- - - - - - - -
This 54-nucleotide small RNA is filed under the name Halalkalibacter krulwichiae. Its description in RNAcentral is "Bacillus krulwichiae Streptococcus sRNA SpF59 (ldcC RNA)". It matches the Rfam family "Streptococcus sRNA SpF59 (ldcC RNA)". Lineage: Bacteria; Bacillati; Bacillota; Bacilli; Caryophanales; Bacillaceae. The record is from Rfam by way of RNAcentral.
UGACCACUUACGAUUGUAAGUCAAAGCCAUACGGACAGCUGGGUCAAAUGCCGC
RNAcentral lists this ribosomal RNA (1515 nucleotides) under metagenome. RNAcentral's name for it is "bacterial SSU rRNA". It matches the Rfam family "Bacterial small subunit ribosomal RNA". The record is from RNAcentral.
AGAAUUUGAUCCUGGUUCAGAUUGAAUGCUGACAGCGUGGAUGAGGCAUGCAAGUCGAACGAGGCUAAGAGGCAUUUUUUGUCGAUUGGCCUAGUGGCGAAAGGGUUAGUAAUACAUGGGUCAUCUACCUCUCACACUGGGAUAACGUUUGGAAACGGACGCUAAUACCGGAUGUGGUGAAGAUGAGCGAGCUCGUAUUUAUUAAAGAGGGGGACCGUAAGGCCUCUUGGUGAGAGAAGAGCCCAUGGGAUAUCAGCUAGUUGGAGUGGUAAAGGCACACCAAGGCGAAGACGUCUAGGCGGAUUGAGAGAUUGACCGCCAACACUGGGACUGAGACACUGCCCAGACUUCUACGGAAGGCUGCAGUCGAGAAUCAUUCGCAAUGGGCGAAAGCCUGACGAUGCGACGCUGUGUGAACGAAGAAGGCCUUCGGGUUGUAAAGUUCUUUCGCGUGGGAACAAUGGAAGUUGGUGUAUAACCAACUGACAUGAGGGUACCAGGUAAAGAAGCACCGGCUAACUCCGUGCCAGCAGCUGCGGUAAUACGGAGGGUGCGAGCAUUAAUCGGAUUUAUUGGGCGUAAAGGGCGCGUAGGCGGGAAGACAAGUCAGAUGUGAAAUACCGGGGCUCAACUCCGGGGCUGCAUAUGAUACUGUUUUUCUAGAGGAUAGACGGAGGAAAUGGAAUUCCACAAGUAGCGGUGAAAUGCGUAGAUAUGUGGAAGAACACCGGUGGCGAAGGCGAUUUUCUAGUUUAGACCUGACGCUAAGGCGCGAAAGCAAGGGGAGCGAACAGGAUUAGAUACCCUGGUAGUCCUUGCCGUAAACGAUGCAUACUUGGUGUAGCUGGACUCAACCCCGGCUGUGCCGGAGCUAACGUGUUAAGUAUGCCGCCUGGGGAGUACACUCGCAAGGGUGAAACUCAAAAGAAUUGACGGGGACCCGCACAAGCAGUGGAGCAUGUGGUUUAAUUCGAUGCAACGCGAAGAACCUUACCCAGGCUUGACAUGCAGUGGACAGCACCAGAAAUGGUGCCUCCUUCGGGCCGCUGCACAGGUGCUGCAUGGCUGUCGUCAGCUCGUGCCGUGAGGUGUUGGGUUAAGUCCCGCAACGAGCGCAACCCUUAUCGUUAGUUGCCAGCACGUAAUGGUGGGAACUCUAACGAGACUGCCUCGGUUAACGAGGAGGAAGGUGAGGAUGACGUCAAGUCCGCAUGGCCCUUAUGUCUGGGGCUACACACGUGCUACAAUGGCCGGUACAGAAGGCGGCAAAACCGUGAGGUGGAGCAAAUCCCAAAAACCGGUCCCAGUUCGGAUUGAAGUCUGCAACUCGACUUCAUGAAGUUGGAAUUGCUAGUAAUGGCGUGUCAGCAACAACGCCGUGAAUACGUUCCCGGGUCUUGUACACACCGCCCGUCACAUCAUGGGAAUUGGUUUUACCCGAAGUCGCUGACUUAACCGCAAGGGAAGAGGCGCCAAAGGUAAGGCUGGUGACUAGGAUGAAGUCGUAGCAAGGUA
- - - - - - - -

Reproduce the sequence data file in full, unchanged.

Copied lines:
This 54-nucleotide small RNA is filed under the name Halalkalibacter krulwichiae. Its description in RNAcentral is "Bacillus krulwichiae Streptococcus sRNA SpF59 (ldcC RNA)". It matches the Rfam family "Streptococcus sRNA SpF59 (ldcC RNA)". Lineage: Bacteria; Bacillati; Bacillota; Bacilli; Caryophanales; Bacillaceae. The record is from Rfam by way of RNAcentral.
UGACCACUUACGAUUGUAAGUCAAAGCCAUACGGACAGCUGGGUCAAAUGCCGC
RNAcentral lists this ribosomal RNA (1515 nucleotides) under metagenome. RNAcentral's name for it is "bacterial SSU rRNA". It matches the Rfam family "Bacterial small subunit ribosomal RNA". The record is from RNAcentral.
AGAAUUUGAUCCUGGUUCAGAUUGAAUGCUGACAGCGUGGAUGAGGCAUGCAAGUCGAACGAGGCUAAGAGGCAUUUUUUGUCGAUUGGCCUAGUGGCGAAAGGGUUAGUAAUACAUGGGUCAUCUACCUCUCACACUGGGAUAACGUUUGGAAACGGACGCUAAUACCGGAUGUGGUGAAGAUGAGCGAGCUCGUAUUUAUUAAAGAGGGGGACCGUAAGGCCUCUUGGUGAGAGAAGAGCCCAUGGGAUAUCAGCUAGUUGGAGUGGUAAAGGCACACCAAGGCGAAGACGUCUAGGCGGAUUGAGAGAUUGACCGCCAACACUGGGACUGAGACACUGCCCAGACUUCUACGGAAGGCUGCAGUCGAGAAUCAUUCGCAAUGGGCGAAAGCCUGACGAUGCGACGCUGUGUGAACGAAGAAGGCCUUCGGGUUGUAAAGUUCUUUCGCGUGGGAACAAUGGAAGUUGGUGUAUAACCAACUGACAUGAGGGUACCAGGUAAAGAAGCACCGGCUAACUCCGUGCCAGCAGCUGCGGUAAUACGGAGGGUGCGAGCAUUAAUCGGAUUUAUUGGGCGUAAAGGGCGCGUAGGCGGGAAGACAAGUCAGAUGUGAAAUACCGGGGCUCAACUCCGGGGCUGCAUAUGAUACUGUUUUUCUAGAGGAUAGACGGAGGAAAUGGAAUUCCACAAGUAGCGGUGAAAUGCGUAGAUAUGUGGAAGAACACCGGUGGCGAAGGCGAUUUUCUAGUUUAGACCUGACGCUAAGGCGCGAAAGCAAGGGGAGCGAACAGGAUUAGAUACCCUGGUAGUCCUUGCCGUAAACGAUGCAUACUUGGUGUAGCUGGACUCAACCCCGGCUGUGCCGGAGCUAACGUGUUAAGUAUGCCGCCUGGGGAGUACACUCGCAAGGGUGAAACUCAAAAGAAUUGACGGGGACCCGCACAAGCAGUGGAGCAUGUGGUUUAAUUCGAUGCAACGCGAAGAACCUUACCCAGGCUUGACAUGCAGUGGACAGCACCAGAAAUGGUGCCUCCUUCGGGCCGCUGCACAGGUGCUGCAUGGCUGUCGUCAGCUCGUGCCGUGAGGUGUUGGGUUAAGUCCCGCAACGAGCGCAACCCUUAUCGUUAGUUGCCAGCACGUAAUGGUGGGAACUCUAACGAGACUGCCUCGGUUAACGAGGAGGAAGGUGAGGAUGACGUCAAGUCCGCAUGGCCCUUAUGUCUGGGGCUACACACGUGCUACAAUGGCCGGUACAGAAGGCGGCAAAACCGUGAGGUGGAGCAAAUCCCAAAAACCGGUCCCAGUUCGGAUUGAAGUCUGCAACUCGACUUCAUGAAGUUGGAAUUGCUAGUAAUGGCGUGUCAGCAACAACGCCGUGAAUACGUUCCCGGGUCUUGUACACACCGCCCGUCACAUCAUGGGAAUUGGUUUUACCCGAAGUCGCUGACUUAACCGCAAGGGAAGAGGCGCCAAAGGUAAGGCUGGUGACUAGGAUGAAGUCGUAGCAAGGUA